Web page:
Paula was irritated with her interpreter. Given a choice, she would have fired her hours ago and found someone else – someone who had a better sense of the situation and could get her the correct answers that were eluding her. She was almost sure that the interpreter was lying to her. Yes, intentionally lying to her! She must be in the government’s pay.
All around her, the crowds swarmed past, Paula and her photographer the only icons of honesty and truth in what was obviously a false setting. Paula was prepared for a lot of squalor and poverty, for intense resentment and seething anger. However, the yellow blocks of flats, each ten storeys tall, were not particularly grimy or dirty or even filled with frustrated and unemployed people, if one went by third world standards. The whole thing was a scam, Paula was sure, and it was just a matter of tapping the right vein and uncovering it.
‘Is there anything else you want to ask this woman?’ the interpreter asked Paula. It seemed the interpreter, a woman in her late thirties, sensed Paula’s frustration with her, since she kept increasing her distance from Paula. When they had started out in the morning, Paula could smell her deo-spray. As the day wore on and Paula became more and more frustrated, the interpreter increased the distance between them, till Paula could no longer smell the cheap scent, unless she intentionally moved close to the interpreter.
‘Yes. I don’t believe you’ve translated her right. Can you please repeat what she just said?’
The interpreter took a deep breath. ‘This woman says that she is happier after she moved to Navayuga. Her eldest son has been given a job at the factory, her second son takes the shuttle bus to the Big City everyday and her youngest son and daughter go to school.’
‘Did her son and daughter go to school when they lived in the slum?’
‘No they didn’t.’
‘Please ask her the question. I don’t want you to answer me.’ Paula flared at the interpreter.
The interpreter’s eyes glared for a moment, after which she grit her teeth and spoke to the woman who now had a puzzled look on her face.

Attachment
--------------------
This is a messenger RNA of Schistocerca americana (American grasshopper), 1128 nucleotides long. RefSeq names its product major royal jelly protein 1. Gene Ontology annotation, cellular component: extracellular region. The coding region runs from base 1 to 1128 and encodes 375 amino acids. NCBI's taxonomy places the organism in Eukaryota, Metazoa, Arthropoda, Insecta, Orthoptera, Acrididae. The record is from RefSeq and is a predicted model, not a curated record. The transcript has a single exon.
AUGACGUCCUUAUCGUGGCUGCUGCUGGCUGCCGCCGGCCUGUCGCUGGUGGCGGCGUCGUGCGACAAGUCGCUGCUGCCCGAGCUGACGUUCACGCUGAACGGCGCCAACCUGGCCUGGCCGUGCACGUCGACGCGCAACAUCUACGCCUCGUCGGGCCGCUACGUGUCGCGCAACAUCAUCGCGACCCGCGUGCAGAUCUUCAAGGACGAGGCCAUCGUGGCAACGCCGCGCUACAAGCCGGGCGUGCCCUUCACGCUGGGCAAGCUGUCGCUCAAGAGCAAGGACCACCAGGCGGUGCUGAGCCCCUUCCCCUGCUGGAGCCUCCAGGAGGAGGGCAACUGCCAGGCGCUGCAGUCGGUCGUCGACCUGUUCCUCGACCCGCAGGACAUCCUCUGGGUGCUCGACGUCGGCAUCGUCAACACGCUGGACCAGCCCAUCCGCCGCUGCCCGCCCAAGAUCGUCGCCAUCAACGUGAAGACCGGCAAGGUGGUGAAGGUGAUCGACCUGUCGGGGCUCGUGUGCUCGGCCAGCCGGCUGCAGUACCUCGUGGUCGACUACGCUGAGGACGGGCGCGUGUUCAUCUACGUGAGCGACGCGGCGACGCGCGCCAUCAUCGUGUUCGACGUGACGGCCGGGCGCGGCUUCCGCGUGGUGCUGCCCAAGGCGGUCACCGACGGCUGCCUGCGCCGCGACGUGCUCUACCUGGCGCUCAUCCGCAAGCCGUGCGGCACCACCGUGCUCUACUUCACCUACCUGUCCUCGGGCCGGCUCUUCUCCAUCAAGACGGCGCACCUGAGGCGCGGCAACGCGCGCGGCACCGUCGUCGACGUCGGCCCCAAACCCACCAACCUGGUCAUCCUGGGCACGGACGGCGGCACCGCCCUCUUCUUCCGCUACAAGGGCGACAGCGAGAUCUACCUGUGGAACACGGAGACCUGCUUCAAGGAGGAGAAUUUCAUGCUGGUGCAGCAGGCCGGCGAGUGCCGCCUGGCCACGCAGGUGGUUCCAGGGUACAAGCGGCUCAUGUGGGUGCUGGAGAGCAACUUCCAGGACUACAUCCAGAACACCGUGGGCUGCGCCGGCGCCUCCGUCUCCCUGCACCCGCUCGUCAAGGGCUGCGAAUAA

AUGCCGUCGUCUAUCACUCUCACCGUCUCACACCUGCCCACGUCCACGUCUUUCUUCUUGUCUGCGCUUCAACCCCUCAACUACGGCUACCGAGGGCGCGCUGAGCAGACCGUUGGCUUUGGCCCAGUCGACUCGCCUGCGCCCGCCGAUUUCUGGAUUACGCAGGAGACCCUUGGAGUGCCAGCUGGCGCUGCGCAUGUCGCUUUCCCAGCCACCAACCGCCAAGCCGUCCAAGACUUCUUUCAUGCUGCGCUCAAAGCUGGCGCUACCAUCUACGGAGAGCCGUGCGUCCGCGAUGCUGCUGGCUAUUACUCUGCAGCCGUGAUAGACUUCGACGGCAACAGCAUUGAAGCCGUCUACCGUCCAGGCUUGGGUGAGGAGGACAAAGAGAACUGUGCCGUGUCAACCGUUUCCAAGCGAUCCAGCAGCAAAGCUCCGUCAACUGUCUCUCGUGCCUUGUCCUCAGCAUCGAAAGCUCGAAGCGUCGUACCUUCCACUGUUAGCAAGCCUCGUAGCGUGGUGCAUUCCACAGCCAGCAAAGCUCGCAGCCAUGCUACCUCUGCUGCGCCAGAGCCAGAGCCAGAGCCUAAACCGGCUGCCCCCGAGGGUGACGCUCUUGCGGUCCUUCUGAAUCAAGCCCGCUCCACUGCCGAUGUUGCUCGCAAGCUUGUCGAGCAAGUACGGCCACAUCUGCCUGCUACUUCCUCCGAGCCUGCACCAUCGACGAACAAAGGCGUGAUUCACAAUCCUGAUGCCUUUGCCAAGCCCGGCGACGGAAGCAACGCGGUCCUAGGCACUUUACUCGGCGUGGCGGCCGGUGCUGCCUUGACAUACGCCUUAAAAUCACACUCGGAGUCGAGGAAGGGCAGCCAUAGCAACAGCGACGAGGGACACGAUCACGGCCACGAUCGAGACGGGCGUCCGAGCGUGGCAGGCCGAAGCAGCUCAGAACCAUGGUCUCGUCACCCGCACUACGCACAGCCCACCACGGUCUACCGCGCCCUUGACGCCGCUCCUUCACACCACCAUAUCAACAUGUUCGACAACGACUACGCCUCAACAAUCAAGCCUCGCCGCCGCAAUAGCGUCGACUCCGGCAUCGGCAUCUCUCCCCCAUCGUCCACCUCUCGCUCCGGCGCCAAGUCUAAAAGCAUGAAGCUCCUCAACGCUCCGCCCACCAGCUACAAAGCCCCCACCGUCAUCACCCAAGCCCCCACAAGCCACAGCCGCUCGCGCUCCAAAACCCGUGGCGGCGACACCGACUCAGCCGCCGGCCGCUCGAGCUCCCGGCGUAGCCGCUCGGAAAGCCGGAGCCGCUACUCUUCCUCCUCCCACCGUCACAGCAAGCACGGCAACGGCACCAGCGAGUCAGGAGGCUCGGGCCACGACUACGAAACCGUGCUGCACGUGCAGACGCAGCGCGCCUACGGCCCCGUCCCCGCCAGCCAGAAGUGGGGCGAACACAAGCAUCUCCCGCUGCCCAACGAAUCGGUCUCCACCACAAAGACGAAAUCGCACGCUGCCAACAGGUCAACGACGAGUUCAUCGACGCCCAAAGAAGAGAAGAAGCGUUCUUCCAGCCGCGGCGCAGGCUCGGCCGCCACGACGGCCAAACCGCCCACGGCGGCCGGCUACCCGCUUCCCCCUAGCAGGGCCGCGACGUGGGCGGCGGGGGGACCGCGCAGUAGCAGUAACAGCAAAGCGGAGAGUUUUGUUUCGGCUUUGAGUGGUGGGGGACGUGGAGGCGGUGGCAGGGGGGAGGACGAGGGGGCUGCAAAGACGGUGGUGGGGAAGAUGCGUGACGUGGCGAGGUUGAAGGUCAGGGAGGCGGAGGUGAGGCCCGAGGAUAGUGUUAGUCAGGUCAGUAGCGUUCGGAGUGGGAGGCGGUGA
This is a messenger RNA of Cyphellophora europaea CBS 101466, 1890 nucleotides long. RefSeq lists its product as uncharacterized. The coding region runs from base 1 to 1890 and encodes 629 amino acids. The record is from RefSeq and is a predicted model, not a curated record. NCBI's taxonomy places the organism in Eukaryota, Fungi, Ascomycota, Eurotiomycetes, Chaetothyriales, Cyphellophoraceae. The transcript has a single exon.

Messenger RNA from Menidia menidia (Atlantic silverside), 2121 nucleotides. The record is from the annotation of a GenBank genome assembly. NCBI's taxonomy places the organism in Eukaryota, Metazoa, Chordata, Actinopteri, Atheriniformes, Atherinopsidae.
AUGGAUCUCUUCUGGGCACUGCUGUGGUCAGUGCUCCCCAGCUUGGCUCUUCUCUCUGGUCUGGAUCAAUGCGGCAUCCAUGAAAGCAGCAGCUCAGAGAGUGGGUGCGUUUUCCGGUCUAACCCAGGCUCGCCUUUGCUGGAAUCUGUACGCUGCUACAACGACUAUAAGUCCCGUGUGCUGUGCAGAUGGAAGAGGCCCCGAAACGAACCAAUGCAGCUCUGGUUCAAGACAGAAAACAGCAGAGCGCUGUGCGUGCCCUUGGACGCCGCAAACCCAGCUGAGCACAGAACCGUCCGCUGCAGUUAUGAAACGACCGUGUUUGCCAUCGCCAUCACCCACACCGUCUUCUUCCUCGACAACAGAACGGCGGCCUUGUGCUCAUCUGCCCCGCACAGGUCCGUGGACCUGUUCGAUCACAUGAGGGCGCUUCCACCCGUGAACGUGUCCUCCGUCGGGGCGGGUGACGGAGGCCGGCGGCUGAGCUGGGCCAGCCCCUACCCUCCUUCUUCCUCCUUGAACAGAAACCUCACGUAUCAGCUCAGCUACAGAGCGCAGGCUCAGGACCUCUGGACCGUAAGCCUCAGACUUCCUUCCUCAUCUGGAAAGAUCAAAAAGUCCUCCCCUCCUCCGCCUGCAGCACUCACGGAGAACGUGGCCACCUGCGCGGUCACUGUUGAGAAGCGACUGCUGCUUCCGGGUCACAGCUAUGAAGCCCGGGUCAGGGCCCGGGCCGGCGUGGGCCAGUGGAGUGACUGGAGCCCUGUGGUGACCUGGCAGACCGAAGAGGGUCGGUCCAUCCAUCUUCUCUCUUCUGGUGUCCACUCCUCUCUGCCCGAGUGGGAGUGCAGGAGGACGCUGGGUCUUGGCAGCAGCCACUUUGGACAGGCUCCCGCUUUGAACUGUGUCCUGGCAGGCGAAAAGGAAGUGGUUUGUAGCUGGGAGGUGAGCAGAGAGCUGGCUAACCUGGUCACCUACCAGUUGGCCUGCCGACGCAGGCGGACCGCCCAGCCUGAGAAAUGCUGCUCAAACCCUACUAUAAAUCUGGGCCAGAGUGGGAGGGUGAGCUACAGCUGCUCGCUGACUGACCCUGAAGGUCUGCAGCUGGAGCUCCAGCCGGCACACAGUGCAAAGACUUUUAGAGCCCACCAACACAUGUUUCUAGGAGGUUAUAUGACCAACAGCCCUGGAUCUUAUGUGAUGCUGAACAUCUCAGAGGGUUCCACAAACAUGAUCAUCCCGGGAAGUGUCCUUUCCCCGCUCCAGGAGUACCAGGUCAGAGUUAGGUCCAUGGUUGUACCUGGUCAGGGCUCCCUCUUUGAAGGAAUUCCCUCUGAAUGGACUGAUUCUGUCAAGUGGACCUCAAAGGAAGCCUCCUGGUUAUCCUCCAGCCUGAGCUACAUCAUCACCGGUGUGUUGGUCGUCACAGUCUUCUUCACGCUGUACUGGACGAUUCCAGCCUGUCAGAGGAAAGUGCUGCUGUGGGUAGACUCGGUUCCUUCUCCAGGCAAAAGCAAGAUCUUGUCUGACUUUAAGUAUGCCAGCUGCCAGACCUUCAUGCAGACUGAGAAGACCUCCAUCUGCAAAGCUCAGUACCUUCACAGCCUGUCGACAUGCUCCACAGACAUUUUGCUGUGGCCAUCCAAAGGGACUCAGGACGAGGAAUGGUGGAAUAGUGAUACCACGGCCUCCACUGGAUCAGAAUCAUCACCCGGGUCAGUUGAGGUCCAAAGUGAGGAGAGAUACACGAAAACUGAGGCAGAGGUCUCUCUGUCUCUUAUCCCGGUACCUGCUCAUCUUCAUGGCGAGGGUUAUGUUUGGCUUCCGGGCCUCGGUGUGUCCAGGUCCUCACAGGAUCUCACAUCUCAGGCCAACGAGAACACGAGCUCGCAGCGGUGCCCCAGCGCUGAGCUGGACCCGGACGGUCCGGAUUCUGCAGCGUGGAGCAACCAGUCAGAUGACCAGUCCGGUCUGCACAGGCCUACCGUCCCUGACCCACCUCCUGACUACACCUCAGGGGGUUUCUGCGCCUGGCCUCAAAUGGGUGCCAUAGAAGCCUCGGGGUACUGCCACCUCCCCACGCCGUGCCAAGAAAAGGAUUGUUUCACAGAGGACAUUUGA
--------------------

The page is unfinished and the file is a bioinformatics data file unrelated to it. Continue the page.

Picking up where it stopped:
‘She says they didn’t go to school when they lived in the slum.’
‘And what does her husband do?’
The question was translated. ‘He used to operate a lathe and make leather soles. He has set up his lathe on the terrace of the building they live in. Every resident is allotted a space on the terrace of their flat and electricity is supplied there.’
John took another picture of the woman in her faded red saree, her lips and teeth stained with betel juice, as she stood on the footpath in the bright sunshine.
Paula wanted to tell John to stop taking pictures of the woman. Why couldn’t John show some more sense?
‘How long did her family live in the slum?’
The question was put to the woman. Oh! She was born there. So was her husband. Ever since she could remember, she had lived in that slum. And now she has a spanking new five hundred square feet flat to live in. Paula was convinced the woman was lying. Most probably her family was well-to-do and they managed to have that flat allotted to them with a hefty bribe. Everyone knew how governments dispensed favours in this country.
‘Let’s move on,’ Paula announced and trudged forward slowly without bothering to find out if John and the interpreter were keeping pace with her. In the distance, she espied a smartly dressed girl crossing the road. Paula increased her pace, pausing only to turn around and look at John and the interpreter for a second. John had worked with her for many years and he immediately start to walk faster. It took the interpreter a few seconds to get the cue and then she too started to walk fast. Paula managed to waylay the smart girl who had a very expensive handbag with her. This was obviously not a person who had relocated from that slum!
‘Do you have a few minutes? Can I ask you a question? I am a journalist from the Globe Trotter.’ With luck the girl would respond in English and give the game away. The girl didn’t seem to understand and Paula repeated her question.
‘Yes of course,’ she responded. Paula’s heart beat faster. By that time the useless interpreter caught up with her.
‘Whereabouts do you live? Close by?’
The girl gave her a blank look and Paula had to repeat her question. She didn’t really mind. Many Indians found her Australian accent difficult to understand.
‘No, I don’t live here. I live within the Big City.’
Paula was disappointed.
‘What are you doing here?’
‘I work for the company which built these buildings. I’m doing a survey here.’ Paula perked up. This could turn out to be useful.